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More broadband funding on horizon for Washington County
CHIPLEY – Washington County is set to request $3 million through the Community Development Block Grant Coronavirus (CDBG-CV) Small Cities Program to help bolster its ongoing project to make reliable broadband accessible throughout the county.
These funds would be in addition to a $1.5 million infrastructure grant recently awarded as a 50-percent match for the project from the Florida Department of Economic Opportunity (DEO).
The county issued a Request for Proposals (RFP) from broadband providers in September 2019, with Wildstar Networks being the sole company to respond.
The company, which is currently installing a broadband network in Walton County, is already working on the design phase throughout Washington County. County leaders say that Sunny Hills, the first area in the project plan, should be completed by this fall.
With a capital construction investment of approximately $3 million divided among four county zones, Washington County will utilize existing rights-of-way, county-owned land, and Memorandums of Understanding among area municipalities to place the necessary towers. Other funds will be used to help maintain equipment and other costs associated with the system, which will be owned by the county once the infrastructure is in place.
“Once this system is up and running, the county owns the infrastructure,” said County Administrator Jeff Massey. “[WildStar] can’t come in one day and say, ‘I’m taking my toys and going to the house.’ The county will own this equipment, so we would still have the ability to create connectivity should something happen with that relationship. Our agreement with them will protect the county and the residents; they have to deliver a certain product.”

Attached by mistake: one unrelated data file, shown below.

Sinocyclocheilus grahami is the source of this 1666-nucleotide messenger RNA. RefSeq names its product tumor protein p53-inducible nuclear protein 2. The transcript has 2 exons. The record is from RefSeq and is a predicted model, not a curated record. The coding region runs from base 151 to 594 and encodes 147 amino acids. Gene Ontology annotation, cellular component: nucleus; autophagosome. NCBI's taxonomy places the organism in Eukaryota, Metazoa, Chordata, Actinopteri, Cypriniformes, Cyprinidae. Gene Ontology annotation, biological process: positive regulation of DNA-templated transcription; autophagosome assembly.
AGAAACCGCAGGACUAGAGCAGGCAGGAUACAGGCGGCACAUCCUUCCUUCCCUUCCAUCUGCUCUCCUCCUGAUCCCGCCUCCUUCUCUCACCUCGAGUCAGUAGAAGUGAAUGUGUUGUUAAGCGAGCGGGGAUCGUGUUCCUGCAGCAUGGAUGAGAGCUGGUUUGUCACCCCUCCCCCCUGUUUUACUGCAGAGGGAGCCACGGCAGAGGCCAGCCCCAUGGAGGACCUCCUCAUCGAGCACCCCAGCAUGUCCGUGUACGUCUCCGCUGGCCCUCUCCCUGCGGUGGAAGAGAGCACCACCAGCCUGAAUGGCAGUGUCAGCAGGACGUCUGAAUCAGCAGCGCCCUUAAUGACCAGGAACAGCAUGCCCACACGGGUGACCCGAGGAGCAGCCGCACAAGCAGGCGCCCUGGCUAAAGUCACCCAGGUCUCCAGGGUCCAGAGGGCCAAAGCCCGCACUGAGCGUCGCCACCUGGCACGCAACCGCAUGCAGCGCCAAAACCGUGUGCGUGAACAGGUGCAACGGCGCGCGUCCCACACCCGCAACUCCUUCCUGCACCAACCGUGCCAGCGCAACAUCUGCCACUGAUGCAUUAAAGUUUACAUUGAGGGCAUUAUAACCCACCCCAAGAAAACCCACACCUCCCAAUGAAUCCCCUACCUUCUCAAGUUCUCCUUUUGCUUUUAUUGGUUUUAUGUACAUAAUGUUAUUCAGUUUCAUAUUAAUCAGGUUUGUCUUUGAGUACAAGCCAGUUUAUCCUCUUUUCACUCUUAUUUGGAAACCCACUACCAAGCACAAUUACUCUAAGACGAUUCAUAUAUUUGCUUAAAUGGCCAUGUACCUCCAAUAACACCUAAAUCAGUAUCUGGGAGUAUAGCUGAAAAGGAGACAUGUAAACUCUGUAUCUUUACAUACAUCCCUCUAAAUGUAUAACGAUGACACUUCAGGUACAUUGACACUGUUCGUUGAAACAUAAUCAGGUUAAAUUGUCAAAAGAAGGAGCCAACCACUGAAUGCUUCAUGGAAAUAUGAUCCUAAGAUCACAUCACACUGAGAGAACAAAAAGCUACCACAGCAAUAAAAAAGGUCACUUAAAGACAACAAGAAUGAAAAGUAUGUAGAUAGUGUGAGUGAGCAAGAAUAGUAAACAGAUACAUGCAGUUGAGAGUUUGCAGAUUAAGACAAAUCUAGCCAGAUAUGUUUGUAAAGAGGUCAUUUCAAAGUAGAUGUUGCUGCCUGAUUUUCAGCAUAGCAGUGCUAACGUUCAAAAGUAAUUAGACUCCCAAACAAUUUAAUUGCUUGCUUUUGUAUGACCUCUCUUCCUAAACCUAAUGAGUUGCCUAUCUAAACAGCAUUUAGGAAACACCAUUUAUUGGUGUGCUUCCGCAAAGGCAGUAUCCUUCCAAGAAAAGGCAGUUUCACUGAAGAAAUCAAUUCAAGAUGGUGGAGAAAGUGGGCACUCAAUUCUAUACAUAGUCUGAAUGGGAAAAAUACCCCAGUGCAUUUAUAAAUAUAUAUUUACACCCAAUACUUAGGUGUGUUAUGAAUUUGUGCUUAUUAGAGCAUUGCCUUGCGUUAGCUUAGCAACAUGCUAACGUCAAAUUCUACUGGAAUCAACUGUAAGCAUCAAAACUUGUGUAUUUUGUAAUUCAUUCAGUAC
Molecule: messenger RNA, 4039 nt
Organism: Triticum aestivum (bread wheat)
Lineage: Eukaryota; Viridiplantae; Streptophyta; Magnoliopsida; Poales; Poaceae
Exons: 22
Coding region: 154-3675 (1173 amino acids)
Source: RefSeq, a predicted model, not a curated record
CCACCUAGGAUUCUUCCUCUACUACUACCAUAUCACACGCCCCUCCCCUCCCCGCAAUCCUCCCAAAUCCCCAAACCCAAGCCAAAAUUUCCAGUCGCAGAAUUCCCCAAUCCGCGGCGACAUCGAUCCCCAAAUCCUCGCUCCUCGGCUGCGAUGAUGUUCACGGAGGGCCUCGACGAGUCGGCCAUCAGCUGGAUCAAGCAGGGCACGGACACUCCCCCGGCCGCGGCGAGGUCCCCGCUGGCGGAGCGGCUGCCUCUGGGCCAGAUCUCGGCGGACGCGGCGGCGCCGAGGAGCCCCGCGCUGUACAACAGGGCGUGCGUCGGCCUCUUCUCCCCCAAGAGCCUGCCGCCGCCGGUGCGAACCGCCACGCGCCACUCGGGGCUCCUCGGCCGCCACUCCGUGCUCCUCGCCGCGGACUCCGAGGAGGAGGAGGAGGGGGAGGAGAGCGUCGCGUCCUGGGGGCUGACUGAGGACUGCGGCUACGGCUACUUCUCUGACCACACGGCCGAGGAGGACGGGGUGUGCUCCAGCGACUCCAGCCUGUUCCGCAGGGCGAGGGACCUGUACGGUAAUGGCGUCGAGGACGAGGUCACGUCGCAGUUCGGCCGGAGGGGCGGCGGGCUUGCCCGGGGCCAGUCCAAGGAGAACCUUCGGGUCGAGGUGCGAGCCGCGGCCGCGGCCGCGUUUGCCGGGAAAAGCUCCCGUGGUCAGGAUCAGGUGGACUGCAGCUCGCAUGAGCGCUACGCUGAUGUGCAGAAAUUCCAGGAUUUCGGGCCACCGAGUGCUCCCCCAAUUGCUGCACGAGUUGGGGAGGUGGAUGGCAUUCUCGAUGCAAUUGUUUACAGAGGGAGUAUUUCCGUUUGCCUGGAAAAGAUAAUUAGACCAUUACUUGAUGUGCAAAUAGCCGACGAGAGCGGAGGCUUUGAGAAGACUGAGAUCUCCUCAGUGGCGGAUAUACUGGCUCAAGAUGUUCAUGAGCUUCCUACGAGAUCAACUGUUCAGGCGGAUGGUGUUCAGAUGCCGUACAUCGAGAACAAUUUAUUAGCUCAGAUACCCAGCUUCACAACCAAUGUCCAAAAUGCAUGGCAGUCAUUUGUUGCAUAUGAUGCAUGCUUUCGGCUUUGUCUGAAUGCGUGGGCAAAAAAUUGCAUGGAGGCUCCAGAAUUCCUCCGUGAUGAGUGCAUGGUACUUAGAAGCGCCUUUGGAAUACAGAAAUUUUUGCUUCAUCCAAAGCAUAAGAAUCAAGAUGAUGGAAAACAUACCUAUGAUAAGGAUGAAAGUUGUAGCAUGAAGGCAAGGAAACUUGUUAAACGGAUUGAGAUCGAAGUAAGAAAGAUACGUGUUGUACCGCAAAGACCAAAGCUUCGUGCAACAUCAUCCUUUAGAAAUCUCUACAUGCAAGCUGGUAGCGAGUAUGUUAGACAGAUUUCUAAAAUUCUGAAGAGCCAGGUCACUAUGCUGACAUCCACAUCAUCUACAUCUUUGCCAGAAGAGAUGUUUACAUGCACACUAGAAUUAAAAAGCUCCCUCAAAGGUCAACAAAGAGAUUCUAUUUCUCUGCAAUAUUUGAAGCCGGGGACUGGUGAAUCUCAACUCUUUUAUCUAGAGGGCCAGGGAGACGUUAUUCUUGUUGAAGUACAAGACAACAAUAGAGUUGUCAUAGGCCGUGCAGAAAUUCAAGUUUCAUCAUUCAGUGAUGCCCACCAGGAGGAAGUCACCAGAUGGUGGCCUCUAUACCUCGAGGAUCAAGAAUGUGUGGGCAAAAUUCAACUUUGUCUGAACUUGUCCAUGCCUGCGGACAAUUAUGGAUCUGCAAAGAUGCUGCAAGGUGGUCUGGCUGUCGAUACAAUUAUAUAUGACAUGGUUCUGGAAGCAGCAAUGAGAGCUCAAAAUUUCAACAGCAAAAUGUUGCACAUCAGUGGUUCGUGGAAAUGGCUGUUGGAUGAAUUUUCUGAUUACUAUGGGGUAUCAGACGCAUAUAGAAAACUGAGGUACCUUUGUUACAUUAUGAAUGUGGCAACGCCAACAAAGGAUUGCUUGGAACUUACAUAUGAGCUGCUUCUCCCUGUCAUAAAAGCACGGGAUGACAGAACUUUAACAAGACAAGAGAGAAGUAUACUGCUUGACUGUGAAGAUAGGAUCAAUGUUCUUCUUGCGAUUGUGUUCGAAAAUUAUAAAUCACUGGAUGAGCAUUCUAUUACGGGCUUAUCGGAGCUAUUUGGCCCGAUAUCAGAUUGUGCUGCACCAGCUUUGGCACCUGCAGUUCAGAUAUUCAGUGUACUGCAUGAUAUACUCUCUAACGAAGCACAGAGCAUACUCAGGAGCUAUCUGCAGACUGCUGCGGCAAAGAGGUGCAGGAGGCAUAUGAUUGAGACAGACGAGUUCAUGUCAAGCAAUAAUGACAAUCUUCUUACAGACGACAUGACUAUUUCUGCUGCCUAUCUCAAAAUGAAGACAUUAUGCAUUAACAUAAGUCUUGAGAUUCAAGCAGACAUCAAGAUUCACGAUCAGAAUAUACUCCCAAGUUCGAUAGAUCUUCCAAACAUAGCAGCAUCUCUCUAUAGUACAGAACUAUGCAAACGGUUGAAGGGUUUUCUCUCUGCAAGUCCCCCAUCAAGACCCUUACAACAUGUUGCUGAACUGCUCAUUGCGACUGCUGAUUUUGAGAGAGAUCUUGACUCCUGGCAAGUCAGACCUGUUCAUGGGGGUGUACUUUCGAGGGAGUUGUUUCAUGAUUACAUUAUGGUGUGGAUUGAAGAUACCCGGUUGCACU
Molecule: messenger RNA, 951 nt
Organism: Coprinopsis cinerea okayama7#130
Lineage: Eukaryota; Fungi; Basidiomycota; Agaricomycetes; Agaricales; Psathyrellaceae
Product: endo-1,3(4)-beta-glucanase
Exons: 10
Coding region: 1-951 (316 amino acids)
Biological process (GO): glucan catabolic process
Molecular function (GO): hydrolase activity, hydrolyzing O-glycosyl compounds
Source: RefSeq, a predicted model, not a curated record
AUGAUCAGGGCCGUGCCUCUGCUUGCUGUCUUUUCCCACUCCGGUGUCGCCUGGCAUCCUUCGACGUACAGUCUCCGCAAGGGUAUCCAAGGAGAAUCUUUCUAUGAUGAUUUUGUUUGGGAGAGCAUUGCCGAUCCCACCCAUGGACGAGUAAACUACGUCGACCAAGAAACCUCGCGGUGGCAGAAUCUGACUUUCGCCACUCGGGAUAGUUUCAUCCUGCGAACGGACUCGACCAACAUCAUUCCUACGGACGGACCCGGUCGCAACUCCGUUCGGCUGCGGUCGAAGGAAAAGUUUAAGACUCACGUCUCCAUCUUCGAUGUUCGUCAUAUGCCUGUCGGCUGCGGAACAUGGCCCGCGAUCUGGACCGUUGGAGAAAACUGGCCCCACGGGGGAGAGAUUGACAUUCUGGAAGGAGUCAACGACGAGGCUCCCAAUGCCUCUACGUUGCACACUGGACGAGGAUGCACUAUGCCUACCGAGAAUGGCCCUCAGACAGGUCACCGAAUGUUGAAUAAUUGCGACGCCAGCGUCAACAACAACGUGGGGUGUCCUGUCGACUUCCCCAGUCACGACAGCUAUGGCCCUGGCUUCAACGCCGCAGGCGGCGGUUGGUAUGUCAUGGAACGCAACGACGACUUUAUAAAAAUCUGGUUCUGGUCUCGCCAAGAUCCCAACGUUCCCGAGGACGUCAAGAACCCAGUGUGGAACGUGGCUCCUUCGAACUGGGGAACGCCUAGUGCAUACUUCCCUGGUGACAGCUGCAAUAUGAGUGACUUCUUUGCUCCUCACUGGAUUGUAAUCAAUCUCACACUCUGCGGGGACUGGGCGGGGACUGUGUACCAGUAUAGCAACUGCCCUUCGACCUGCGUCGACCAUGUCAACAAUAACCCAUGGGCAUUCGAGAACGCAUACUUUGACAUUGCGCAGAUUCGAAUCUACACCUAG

Washington County held a public hearing Tuesday, March 9, to gather input from local residents ahead of submitting the newest funding request for the project. Public comment was heard from Washington County Veterans Service Officer Christopher Hyatt and Bonnett Pond Community Church board member James Brooks.
Hyatt says improved connectivity would mean better services for local veterans.
“When it comes to compensation and pension exams, a lot of those are online,” he said. “Not too long ago, a veteran had a three-hour exam, and I actually had to find him a space to do it [due to poor connectivity at his home]; otherwise, he would have had to sit in the Walmart parking lot for three hours. We were able to let him take the exam [at the county offices] and let him log on to the Wi-Fi, but this highlighted the need for internet access throughout our county.”
Hyatt went on to say that most veterans’ medical appointments, including for mental health, are nearly all through telemedicine due to the pandemic, and that it is difficult for some of them to access services.
“A lot of my veterans can’t even use half of what the VA offers because of not having internet,” he added.
James Brooks also addressed the county, pointing out that many of the county’s elderly are still staying home and depend on internet to not only assist with telemedicine, but to also deliver streaming services from their respective churches.
“A lot of churches had to go to live streaming during COVID, but to run a professional camera, it takes up to 5mps to upload,” he said. “While we could get there, there’s no speed consistency, so we had to rely on phones to [attempt a live stream]. The sound was awful, the picture would go in and out, but we do the best we can because it’s important to those at home. You’d be surprised at how many 80-year-olds are now on Facebook watching the church services.”
Washington County Grant Writer Karen Shaw states pre-application for the grant will be filed Monday, March 15.
This article originally appeared on Washington County News: More broadband funding on horizon for Washington County